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Family does matter

PUBLISHED: 09:00 17 March 2014

Images courtesy of Peter Surcombe and The Lenkiewicz Foundation

Images courtesy of Peter Surcombe and The Lenkiewicz Foundation

Archant

A collection of work owned by Robert Lenkiewicz’s family has gone on display for the first time. Carol Burns joins curator Annie Hill-Smith for a tour of this special exhibition

Work by Robert  LenkiewiczWork by Robert Lenkiewicz

Family Matters is a collection of mostly never-before seen work owned by his former partners and 11 children.

Curated by Annie Hill Smith, mother to three of his children, the exhibition reveals his treatment of more personal subject matters, including drawings and paintings of his partners in labour and of his children.

Work by Robert  LenkiewiczWork by Robert Lenkiewicz

Known for his ‘projects’ exploring marginalised groups within society, the Plymouth-based artist, like many, took endless likenesses of his large, extended family. Father to 11 children with seven women, Annie has thoughtfully included a family tree in the programme to help identify the sitters in his work.

The work begins with Lenkiewicz’s mother, painted in about 1960, and Ivorene in whitewhich was from his St Martin’s show, and which he kept and showed as part of his retrospective in 1997. Lenkiewicz moved to the West Country in about 1965 and the work on show traverses the next three decades, offering a wonderful journey as he developed as an artist. Annie herself featured in many of the works and provides a knowledgeable commentary to the work which provides a great insight into the artist who is so well known for his paintings of ‘down and outs’.

"Lenkiewicz moved to the West Country in 1965 and the work on show traverses the next three decades"

The sketches and watercolours of his children are fascinating – Shalom listening to the story of Samson shows his and Annie’s son, painted in 1979, as he sits fascinated by his father’s telling of the famous story. A sketch of the same son at just a few hours old sat in the window of Lenkiewicz’s studio, advertising his skills for £1 a head. He did many hundreds throughout the 1970s, but stopped, says Annie, because it was draining him from the work he wanted to concentrate on. “I remember saying, I understand that, but what are we going to live on?”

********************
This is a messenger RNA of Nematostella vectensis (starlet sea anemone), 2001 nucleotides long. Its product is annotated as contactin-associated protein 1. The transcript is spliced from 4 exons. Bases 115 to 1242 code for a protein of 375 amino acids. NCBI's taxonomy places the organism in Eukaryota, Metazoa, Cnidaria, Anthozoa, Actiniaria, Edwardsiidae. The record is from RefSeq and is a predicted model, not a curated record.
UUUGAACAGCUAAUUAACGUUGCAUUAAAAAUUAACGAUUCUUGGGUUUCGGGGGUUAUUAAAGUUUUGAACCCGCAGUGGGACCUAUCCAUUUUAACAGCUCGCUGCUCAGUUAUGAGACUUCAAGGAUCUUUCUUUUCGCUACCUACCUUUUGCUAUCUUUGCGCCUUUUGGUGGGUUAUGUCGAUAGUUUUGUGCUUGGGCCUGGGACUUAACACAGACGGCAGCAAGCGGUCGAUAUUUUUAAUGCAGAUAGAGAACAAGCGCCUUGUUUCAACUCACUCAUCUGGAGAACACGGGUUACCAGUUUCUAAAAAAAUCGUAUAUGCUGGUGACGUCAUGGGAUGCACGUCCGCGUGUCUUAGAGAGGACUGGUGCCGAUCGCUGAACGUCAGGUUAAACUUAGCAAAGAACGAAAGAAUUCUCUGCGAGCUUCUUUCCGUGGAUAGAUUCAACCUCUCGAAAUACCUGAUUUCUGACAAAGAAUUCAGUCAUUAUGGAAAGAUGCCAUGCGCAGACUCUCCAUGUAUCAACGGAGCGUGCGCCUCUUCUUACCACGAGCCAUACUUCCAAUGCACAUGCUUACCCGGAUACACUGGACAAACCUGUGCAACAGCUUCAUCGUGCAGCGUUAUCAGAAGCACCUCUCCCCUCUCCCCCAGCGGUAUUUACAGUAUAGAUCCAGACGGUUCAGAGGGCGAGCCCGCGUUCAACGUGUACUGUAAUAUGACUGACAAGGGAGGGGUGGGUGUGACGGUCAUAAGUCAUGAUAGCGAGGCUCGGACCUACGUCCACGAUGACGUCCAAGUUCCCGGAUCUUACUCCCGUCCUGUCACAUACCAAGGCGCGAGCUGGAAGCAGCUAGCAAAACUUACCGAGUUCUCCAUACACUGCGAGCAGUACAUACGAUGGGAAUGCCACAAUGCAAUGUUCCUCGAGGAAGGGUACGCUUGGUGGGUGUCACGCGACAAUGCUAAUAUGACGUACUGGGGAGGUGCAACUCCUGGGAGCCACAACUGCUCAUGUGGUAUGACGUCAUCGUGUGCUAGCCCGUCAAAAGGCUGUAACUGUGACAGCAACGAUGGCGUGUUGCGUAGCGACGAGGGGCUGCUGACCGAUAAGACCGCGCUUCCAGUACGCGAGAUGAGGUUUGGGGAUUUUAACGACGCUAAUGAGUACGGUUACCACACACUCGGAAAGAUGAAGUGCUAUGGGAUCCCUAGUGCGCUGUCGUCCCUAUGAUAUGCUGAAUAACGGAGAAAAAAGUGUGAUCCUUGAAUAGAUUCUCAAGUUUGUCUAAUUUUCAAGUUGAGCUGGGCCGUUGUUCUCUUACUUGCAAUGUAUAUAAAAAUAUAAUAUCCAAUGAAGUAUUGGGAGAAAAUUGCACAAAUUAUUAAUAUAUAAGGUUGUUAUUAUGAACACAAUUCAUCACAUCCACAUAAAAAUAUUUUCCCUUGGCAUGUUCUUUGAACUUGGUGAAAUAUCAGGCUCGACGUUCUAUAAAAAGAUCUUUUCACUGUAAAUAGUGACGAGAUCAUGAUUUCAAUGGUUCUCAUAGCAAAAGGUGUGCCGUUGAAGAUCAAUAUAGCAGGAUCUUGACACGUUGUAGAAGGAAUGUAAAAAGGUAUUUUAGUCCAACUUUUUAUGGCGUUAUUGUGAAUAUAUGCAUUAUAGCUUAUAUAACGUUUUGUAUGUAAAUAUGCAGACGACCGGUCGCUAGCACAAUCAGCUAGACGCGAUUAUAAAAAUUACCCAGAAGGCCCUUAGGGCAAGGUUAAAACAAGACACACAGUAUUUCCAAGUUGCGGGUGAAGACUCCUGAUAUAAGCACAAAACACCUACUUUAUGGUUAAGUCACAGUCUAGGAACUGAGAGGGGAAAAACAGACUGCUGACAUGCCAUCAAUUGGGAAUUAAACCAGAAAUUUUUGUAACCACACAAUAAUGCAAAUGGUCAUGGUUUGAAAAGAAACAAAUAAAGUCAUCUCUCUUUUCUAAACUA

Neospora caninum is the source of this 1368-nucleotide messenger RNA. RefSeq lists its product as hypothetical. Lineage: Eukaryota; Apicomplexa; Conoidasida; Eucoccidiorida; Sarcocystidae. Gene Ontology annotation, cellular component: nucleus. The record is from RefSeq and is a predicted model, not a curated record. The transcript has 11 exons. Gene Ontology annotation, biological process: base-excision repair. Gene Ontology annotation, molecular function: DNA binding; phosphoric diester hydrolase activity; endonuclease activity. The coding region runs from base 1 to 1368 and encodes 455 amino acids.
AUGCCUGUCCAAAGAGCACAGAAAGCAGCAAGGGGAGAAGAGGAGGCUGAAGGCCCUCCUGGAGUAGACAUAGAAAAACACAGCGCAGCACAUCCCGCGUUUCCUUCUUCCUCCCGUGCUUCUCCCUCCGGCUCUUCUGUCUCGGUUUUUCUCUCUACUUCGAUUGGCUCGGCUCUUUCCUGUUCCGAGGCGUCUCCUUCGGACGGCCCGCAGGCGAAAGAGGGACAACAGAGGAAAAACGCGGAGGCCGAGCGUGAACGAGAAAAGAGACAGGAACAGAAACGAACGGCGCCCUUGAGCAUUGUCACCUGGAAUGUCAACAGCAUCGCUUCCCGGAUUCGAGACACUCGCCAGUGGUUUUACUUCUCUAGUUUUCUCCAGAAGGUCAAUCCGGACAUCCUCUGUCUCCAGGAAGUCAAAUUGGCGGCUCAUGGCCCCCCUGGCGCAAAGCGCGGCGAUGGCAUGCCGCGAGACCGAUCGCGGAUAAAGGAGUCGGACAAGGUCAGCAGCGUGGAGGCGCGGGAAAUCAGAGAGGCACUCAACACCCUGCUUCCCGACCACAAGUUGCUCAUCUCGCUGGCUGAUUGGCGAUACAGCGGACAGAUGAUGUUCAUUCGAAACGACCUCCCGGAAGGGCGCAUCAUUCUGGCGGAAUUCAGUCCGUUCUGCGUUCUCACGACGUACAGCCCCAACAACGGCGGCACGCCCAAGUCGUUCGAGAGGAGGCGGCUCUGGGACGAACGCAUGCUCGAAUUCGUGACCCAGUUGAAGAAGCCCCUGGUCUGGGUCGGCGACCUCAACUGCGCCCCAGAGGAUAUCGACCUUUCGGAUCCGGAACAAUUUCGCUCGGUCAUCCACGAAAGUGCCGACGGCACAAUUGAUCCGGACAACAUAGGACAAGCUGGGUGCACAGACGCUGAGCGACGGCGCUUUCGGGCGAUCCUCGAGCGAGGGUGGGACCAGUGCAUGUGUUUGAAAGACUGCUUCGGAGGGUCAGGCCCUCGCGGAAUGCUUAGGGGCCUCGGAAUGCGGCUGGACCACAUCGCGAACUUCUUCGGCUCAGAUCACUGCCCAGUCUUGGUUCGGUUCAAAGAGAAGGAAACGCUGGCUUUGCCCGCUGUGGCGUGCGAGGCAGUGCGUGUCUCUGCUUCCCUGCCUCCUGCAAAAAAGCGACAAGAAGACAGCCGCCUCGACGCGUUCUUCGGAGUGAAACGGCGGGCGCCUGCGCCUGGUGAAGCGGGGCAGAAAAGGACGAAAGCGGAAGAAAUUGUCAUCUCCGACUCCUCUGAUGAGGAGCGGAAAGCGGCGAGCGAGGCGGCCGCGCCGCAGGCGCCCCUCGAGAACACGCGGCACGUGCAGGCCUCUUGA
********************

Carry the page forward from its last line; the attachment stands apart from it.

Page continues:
The largest work – a single painting but cut by Lenkiewicz into two paintings which are hung side by side on the end wall – is Robert presenting his entrails / Still life in the kitchen, the first featuring a family portrait of Annie with two children and the artist sitting with his entrails lying in his lap. The eye is naturally drawn to the entrails sitting on Lenkiewicz bare thighs, but as the eye moves across the canvas and the eyes rest on the glorious sleeping toddler on the sofa, the style becomes more expressive capturing perfectly the sleep of the just, which only children are capable of. The second half of the painting is more disturbing, a stillborn child lies in the doorway of a kitchen. “When that painting was shown,” Annie tells me, “I got several emails from people asking me if I had had an abortion - I hadn’t.”A wonderful self portrait Robert. Self portrait by stairsis hung so the viewer comes upon it unawares after turning the corner, the expression of the artist reflecting their surprise at being caught.

Much of the work includes the artist’s aesthetic notes. A page from Karen’s Aesthetic Notebook (watercolour) and entitled in the work as Pnurky’s first birthday Pnurky being a nickname for Thaïs – includes the lines: ‘You / The baby. The beautiful baby / Slow ascension to the would-be-me / I spread in fear / And melt in isolation / here with you - / in front of one long year / I Love / And Love is everything.

Thaïs writes in the programme that: “Much is mythologised about my father’s relationship with his children; sources often stating that he ‘littered the streets’ with swathes of unacknowledged children. The truth, though less entertaining, is certainly otherwise. In spite of these (often self-perpetuated) myths, my father knew exactly who is children were. He had a private side which was very family-oriented, and of which little is written or told.” But as Annie herself says: “The work should stand on its own merits.” And it does.

Family Matters: A Private Collection works by R O Lenkiewicz (1941 – 2002) is on show at Hannahs at Seale-Hayne until 23 March. Entry is free.

discoverhannahs.org/seale-hayne

This article was first published in the March issue of Devon Life. To get the magazine delivered every month to your home, subscribe at www.subscriptionsave.co.uk/dev or call 08448484217

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